Severity of e-scooter rider injuries associated with trip characteristics

Cicchino, Jessica B. / Kulie, Paige E. / McCarthy, Melissa L.
Journal of Safety Research
February 2021

Introduction: E-scooter rider injuries have been growing, but little is known about how trip and incident characteristics contribute to their severity.
Method: We enrolled 105 adults injured while riding e-scooters who presented to an emergency department in Washington, DC, during 2019. Enrolled participants completed an interview during the emergency department visit, and their charts were abstracted to document their injuries and treatment. Logistic regression examined the association of incident location and circumstances with the likelihood of sustaining an injury on the Abbreviated Injury Scale (AIS) >= 2, while controlling for rider characteristics.
Results: The most common locations of e-scooter injuries in our study sample occurred on the sidewalk (58%) or road (23%). Accounting for age, sex, and riding frequency, e-scooter riders injured on the road were about twice as likely as those injured elsewhere to sustain AIS >= 2 injuries (RR, 1.96; 95% CI, 1.23–2.36). Ten percent were struck by motor vehicles, and this was associated with lower risk of AIS >= 2 injuries (RR, 0.19; 95% CI, 0.02–1.10).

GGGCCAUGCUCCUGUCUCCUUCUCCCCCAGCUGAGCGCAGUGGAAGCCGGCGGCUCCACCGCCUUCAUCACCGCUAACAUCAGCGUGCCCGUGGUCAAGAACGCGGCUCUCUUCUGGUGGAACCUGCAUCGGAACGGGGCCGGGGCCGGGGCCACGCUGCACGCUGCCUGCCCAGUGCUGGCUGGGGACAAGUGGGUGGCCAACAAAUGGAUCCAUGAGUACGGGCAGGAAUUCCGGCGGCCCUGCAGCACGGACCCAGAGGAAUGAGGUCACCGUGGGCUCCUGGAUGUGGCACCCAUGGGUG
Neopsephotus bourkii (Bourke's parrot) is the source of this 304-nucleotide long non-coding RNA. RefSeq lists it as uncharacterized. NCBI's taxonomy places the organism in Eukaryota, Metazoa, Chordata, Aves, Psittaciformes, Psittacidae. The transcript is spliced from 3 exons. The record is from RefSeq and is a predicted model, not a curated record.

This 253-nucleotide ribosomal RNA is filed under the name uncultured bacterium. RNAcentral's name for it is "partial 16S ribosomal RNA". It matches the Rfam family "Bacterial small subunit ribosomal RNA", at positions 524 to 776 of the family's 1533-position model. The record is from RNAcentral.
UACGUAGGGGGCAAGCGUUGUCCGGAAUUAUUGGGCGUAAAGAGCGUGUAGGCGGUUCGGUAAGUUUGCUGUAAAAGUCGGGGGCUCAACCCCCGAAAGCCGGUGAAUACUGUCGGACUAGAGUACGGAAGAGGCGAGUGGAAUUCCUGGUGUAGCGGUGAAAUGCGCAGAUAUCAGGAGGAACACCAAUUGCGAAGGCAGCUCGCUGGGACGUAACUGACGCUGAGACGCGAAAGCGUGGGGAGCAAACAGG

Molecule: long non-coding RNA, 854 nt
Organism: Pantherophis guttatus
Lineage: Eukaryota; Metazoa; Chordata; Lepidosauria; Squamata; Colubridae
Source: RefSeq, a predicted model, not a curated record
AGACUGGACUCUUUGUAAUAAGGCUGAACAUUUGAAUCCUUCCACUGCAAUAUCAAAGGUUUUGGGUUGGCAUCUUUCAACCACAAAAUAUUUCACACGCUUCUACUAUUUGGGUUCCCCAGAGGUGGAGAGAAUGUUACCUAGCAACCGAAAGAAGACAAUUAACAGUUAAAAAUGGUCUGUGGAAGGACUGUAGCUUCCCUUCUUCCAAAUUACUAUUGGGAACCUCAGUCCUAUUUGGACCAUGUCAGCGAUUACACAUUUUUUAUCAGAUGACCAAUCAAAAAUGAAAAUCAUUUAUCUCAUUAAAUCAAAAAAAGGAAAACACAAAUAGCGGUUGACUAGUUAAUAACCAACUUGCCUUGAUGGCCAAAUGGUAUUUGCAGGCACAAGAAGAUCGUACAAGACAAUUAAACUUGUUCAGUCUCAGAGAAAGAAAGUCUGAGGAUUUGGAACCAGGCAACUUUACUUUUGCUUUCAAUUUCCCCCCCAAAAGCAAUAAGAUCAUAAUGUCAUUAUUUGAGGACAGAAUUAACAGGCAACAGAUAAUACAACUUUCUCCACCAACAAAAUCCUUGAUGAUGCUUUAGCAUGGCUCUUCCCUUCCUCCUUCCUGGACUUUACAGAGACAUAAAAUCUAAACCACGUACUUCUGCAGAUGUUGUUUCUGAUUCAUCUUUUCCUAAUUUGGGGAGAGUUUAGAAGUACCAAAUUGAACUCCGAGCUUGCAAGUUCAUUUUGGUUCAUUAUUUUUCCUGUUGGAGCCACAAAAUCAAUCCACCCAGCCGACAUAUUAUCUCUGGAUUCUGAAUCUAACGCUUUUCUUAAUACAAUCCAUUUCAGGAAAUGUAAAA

Conclusions: Greater injury severity for riders injured on the road may reflect higher travel speeds. Practical applications: Injury severity associated with riding in the road is one factor that jurisdictions can consider when setting policy on where e-scooters should be encouraged to ride, but the risk of any crash or fall associated with facilities should also be examined. Although injuries are of lower severity on sidewalks, sharing sidewalks with slower moving pedestrians could potentially lead to more conflicts.

End of main content